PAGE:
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April 11, 2024

  • Poetics of April
    As we enter into the poetics of April, also known as national poetry month, here are four voices from well to lesser known. The Tradition – Jericho Brown Winner of the Pulitzer Prize, Brown visited the last American Association of Writers and Writing Programs (AWP 2024) conference, and I loved his speech and humor. Besides […]
  • Barbara Marie Minney in Perrysburg
    Indie bookstore, Gathering Volumes, just hosted poet and (transgender) activist, Barbara Marie Minney in Perrysburg To celebrate Trans Day of Visibility, Minney read from her poetry book – A Woman in Progress (2024). Her reading depicted emotional and physical transformations especially in the scene of womanhood and queer experiences. Her language is empowering and personally […]
Spring Housing Guide

Firelands, University create new program called Firelands Pathway

The University has rolled out a new program this semester for students who didn’t meet the qualifications to attend the main campus.

The program is called Firelands Pathway and it allows students to attend the University while earning their credits through Firelands.

“All the main campuses in Ohio always have a problem with students where the academic preparation picture doesn’t necessarily make sense,” said Joseph Frizado, vice provost for academic operations and assessments. “However, there is evidence in these students to show good potential, so we wanted to create a situation where those students could start a college career and enhance their chance to be successful.”

Students who qualify for the Pathways program might have a good high school grade point average but not a good ACT/SAT score or vice-versa.

“First and foremost, they had to have a record sufficient to get admitted to the branch campus, but their record wasn’t as coherent or as strong as what we’d like to see at the main campus,” Frizado said about the qualifications of the program.

The program currently has 20 students enrolled this semester, and there are five classes offered to them without any ability to take any additional classes.

While the students are living on campus, the classes they are taking are through Firelands with Firelands instructors who drive from Huron to Bowling Green every week.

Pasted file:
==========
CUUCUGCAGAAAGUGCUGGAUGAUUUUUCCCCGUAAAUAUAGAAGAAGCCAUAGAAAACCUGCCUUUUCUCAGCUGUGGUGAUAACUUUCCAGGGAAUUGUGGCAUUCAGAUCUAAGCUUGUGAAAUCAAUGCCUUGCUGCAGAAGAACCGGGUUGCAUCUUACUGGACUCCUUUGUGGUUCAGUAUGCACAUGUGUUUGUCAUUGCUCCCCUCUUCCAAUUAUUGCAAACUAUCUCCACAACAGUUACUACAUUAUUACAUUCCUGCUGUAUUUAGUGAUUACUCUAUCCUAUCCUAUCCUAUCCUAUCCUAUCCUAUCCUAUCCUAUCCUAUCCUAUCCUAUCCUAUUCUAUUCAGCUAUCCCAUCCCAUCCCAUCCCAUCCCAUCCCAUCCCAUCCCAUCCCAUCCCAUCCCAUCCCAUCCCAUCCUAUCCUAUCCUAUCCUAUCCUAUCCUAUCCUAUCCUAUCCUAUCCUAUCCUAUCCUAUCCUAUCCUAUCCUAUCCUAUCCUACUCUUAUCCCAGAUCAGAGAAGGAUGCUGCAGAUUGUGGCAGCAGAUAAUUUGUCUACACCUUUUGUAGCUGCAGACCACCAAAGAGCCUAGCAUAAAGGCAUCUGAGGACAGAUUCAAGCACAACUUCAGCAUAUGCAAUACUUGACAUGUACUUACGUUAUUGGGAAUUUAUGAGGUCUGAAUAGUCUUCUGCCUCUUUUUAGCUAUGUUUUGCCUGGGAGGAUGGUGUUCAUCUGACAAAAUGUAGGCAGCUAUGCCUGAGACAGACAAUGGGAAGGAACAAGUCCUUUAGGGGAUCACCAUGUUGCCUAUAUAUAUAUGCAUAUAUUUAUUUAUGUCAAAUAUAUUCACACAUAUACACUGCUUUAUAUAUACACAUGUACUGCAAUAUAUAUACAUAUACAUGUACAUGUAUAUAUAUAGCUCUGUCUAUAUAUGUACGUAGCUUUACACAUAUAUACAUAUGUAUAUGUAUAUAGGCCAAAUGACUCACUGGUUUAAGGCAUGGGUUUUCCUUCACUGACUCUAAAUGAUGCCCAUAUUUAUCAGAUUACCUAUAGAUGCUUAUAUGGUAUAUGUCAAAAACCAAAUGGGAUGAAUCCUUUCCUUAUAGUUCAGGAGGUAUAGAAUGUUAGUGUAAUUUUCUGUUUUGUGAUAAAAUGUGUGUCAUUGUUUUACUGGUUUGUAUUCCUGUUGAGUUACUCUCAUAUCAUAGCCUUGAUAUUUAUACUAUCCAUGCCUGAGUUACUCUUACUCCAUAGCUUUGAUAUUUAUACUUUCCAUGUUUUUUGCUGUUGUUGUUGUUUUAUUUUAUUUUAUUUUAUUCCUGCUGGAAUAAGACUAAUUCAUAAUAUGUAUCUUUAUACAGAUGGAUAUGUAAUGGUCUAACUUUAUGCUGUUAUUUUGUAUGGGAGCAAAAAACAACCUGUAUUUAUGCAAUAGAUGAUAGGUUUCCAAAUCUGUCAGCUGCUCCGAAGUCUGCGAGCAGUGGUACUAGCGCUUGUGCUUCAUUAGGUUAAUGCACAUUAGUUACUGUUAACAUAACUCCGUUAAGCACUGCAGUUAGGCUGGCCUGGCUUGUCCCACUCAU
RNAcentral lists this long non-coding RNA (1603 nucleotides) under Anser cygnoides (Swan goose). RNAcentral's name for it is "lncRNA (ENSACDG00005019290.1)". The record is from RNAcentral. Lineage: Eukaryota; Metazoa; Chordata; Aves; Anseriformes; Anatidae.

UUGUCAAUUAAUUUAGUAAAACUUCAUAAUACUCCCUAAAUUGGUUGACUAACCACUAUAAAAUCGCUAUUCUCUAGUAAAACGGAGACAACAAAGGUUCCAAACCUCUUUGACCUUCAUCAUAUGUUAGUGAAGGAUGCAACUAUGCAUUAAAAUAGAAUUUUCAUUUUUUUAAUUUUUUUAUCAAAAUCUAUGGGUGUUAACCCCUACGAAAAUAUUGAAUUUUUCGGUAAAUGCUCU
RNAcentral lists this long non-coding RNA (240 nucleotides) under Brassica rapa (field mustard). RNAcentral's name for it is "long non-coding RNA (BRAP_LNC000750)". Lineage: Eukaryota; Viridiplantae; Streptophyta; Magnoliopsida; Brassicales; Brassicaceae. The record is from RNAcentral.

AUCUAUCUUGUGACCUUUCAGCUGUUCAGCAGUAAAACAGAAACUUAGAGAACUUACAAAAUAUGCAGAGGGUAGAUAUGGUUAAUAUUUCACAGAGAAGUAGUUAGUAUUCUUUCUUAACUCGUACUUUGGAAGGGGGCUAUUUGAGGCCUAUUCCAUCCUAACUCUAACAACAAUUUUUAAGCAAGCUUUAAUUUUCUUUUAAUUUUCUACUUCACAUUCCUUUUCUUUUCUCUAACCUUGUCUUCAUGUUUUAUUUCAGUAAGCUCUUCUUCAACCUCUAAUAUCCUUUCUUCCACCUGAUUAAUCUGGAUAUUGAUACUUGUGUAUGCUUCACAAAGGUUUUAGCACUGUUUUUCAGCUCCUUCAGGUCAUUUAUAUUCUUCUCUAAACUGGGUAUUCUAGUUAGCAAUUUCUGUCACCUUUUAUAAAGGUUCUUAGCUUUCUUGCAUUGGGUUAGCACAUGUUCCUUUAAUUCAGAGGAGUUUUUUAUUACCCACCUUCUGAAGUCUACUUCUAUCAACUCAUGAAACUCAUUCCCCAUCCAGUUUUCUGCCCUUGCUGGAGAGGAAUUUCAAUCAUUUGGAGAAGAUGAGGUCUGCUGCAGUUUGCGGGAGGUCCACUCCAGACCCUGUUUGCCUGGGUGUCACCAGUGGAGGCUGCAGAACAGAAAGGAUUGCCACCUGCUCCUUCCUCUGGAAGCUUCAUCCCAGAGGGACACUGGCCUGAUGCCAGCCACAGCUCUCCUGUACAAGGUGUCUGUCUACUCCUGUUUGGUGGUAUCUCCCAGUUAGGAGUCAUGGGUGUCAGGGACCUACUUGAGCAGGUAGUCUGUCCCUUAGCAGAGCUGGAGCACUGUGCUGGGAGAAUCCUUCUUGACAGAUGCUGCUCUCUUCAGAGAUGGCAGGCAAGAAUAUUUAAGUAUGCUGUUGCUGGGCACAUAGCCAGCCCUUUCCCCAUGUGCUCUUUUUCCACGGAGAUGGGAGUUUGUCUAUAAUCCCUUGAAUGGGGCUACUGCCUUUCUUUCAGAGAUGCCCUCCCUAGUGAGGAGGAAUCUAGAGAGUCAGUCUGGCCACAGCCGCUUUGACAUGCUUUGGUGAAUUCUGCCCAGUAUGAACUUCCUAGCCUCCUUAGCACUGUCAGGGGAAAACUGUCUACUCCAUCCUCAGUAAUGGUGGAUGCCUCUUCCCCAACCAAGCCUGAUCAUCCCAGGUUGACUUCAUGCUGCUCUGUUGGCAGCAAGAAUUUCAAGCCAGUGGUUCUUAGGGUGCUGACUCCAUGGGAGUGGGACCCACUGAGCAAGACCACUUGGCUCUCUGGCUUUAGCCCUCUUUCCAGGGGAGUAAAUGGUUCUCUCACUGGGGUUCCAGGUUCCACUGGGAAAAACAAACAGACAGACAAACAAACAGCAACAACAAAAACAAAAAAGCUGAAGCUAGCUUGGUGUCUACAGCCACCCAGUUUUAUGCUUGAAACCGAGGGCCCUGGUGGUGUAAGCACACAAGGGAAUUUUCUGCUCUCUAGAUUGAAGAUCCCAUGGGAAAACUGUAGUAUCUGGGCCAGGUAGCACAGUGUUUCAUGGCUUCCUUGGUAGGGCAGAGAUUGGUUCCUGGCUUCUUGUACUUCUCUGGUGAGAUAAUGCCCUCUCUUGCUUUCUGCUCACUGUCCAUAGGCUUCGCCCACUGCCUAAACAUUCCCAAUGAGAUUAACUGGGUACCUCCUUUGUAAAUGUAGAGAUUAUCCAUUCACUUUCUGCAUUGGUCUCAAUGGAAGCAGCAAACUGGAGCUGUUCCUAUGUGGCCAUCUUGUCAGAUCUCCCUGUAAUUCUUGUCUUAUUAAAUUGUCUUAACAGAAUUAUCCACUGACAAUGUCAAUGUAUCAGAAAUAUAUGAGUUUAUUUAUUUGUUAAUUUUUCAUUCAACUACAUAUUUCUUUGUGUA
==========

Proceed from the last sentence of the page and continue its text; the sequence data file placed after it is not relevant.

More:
“They’re locked into their schedule and we provide 30 credit hours over both semesters that work for any major,” Frizado said. “It helps build community that they’re in the same classes, so we try and stack the deck so our students can be successful.”

Frizado said it’s important to avoid asking any student to start their college career and not achieve a college degree.

“We wanted to provide them with an opportunity for them to be successful,” Frizado said.

If the students complete a sufficient number of hours successfully then they would be able to stay on campus and take classes through the main campus next year, Frizado said.

Even though it’s still early, Frizado has high hopes for the program.

“We’re at the point where we’re starting to receive progress reports and I’ve heard more positives in terms of attitude and approach,” Frizado said. “We’re very hopeful that as the semester progresses there won’t be any problems.”

Michelle Simmons, assistant vice president for enrollment management, pointed to having the students on campus as an important factor for them.

“One of the reasons why we are having these students live on campus is because we know they get additional support,” Simmons said. “They have access to the student rec center, the library and the Learning Commons because they are BGSU students.”

Frizado has hopes to keep the program going next year, depending on the results.

“We will look at the success of the students, how we selected the students and try to improve the selection process,” Frizado said. “But as of right now, yes, our plans are to continue and to expand.”

The main goal of the Firelands Pathways Program is to give the students a chance for success, Simmons said.

“I think we’re trying to give students an opportunity. If you had your heart set on attending BGSU and didn’t meet some of the academic requirements, this was an option,” Simmons said. “They have an opportunity to come to BGSU and that’s what we’re focusing on: giving an opportunity to do that.”

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